E-commerce giant Amazon continues to set the pace in its enormous industry thanks in no small part to its ability to personalise consumer experiences.
Already turning over around $75 billion a year, the company does not appear to be letting up its dominance of the online shopping arena.
Rumours continue to circulate around its alleged interest in Asos, with talk alone enough to send the share price of the highly-successful fashion e-retailer upwards, such is the weight Amazon carries.
But why is it the best in the business when it comes to customer personalisation?
According to a survey conducted by BloomReach, Amazon is streets ahead on the technological side of e-commerce operations. Simple, yet highly-effective features such as one-click ordering provide a personal touch, which is simply built around the site remembering delivery addresses and card details, all of course, entirely securely.
Amazon also remembers what you have browsed and suggests relevant alternatives, also based on what other people have purchased. The review section is also excellent, clearly showing both positive and negative appraisals. The service is both customised and impartial at the same time.
A second factor explaining why other online retailers are falling behind comes in the underestimation of customer expectation.
The BloomReach report found that UK marketers fail to recognise the importance of personalisation. Around 34 percent of retailers said they thought that brand reputation was the most important factor when consumers choose a retailer and just two percent thought that personalised shopping experience was an important factor.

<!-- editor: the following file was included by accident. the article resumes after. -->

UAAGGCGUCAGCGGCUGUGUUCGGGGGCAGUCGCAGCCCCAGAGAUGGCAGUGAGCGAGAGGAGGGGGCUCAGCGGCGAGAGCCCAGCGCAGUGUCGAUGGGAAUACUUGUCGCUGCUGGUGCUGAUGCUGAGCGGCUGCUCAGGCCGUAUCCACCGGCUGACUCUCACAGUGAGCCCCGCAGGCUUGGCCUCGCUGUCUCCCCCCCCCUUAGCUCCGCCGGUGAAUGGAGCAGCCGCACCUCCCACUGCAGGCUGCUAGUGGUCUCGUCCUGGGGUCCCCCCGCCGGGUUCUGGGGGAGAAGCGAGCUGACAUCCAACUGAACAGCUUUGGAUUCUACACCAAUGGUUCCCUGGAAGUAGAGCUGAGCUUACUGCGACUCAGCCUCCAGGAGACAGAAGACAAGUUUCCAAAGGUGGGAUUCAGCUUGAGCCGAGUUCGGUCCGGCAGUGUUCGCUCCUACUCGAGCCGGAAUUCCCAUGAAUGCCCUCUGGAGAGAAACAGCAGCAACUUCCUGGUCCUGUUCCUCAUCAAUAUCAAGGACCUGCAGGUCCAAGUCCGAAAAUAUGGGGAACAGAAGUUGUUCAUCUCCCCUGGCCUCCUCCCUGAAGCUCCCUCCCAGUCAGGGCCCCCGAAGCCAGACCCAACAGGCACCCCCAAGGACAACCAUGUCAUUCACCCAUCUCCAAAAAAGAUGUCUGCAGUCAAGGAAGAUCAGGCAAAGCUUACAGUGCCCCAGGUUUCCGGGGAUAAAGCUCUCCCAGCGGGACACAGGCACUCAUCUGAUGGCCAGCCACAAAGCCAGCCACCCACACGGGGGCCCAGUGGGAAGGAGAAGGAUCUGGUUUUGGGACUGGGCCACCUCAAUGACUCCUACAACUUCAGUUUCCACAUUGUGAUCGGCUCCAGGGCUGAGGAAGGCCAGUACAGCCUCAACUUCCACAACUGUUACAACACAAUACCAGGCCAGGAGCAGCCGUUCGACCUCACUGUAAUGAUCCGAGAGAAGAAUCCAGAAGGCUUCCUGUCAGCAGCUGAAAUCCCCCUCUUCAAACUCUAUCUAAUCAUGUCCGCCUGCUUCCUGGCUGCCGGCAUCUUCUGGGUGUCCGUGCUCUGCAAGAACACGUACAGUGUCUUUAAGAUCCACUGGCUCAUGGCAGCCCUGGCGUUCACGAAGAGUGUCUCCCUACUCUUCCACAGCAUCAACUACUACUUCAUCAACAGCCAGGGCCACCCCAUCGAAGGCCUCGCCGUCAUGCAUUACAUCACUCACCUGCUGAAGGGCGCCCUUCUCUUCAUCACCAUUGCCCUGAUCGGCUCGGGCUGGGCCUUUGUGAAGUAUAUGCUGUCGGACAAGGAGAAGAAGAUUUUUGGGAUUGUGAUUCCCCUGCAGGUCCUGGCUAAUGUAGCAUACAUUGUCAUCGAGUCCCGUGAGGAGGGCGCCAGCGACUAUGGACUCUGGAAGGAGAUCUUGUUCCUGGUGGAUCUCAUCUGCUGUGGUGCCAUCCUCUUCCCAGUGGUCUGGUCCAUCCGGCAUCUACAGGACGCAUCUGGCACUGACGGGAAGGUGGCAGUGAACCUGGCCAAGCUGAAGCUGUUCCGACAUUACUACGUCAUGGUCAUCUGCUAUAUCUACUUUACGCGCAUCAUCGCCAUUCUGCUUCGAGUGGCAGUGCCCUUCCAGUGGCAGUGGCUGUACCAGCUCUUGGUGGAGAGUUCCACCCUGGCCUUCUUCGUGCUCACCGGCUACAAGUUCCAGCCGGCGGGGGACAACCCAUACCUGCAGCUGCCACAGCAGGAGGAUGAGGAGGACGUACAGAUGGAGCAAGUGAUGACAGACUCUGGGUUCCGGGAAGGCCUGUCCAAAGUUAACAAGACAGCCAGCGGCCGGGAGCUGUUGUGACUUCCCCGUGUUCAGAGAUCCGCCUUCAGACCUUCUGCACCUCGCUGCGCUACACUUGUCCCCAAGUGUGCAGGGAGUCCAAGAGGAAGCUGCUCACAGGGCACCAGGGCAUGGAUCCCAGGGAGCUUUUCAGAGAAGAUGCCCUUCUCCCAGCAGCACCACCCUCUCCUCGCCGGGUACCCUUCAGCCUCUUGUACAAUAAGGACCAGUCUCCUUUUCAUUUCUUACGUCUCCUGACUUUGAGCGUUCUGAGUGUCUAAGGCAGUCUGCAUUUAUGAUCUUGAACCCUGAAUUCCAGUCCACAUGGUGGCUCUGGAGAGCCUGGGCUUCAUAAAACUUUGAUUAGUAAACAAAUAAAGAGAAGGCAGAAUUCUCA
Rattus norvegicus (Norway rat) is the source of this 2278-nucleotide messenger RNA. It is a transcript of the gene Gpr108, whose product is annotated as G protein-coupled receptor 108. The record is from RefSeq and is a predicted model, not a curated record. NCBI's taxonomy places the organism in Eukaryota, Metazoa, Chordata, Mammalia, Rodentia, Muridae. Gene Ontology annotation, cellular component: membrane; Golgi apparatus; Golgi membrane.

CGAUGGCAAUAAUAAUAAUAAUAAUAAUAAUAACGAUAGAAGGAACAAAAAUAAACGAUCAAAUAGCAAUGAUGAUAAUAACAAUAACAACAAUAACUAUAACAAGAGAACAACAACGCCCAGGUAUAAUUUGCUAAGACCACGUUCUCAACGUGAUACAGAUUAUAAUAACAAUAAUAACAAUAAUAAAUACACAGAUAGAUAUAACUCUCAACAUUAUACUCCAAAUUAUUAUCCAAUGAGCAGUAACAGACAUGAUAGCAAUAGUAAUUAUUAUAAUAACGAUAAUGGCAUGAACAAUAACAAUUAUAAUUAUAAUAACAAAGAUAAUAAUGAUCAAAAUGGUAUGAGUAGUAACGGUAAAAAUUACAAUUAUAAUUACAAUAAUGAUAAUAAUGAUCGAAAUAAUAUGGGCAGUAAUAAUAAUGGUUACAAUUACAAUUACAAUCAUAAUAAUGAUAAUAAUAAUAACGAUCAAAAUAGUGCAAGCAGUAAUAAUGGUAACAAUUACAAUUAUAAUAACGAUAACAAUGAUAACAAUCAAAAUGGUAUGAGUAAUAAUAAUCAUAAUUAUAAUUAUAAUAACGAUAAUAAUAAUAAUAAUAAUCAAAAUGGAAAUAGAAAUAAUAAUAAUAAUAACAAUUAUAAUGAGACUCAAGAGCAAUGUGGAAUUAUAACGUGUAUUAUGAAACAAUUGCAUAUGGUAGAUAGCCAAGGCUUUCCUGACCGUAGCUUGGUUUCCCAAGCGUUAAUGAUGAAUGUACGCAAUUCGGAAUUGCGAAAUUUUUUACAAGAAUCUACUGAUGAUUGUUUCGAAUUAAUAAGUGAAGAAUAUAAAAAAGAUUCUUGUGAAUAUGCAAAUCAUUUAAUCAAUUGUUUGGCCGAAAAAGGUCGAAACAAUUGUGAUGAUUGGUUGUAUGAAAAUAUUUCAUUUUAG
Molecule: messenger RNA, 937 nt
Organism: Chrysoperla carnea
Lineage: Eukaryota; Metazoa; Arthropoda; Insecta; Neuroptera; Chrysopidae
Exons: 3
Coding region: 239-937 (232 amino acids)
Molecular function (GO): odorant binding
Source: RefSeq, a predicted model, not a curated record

However, 31 percent of consumers said they would be more likely to make purchases if they were offered personalised experiences such as product recommendations or tailored content.
There is also a disbelief among retailers that online experiences can indeed be more personalised than those encountered on the high street, something which Amazon has blown out of the water.
Some 59 percent of consumers believe that online experiences are more unique to their needs, however, a massive 80 percent of retail marketers disagreed with this, saying that online could not offer a more personal experience.
Raj De Datta, co-founder and CEO of BloomReach said: “There is clearly a gap between what UK consumers are looking for in an online experience and what UK retail brands think consumers are looking for. Amazon has raised the bar in customer experience and the challenge is for retailers across the world to try to match that.
“The good news is that consumers are more open to competitor brands, placing little value in brand reputation but a lot of importance in the experience. Marketers need to recognise that brand reputation is not as important as they think it is and more on improving customer experience.”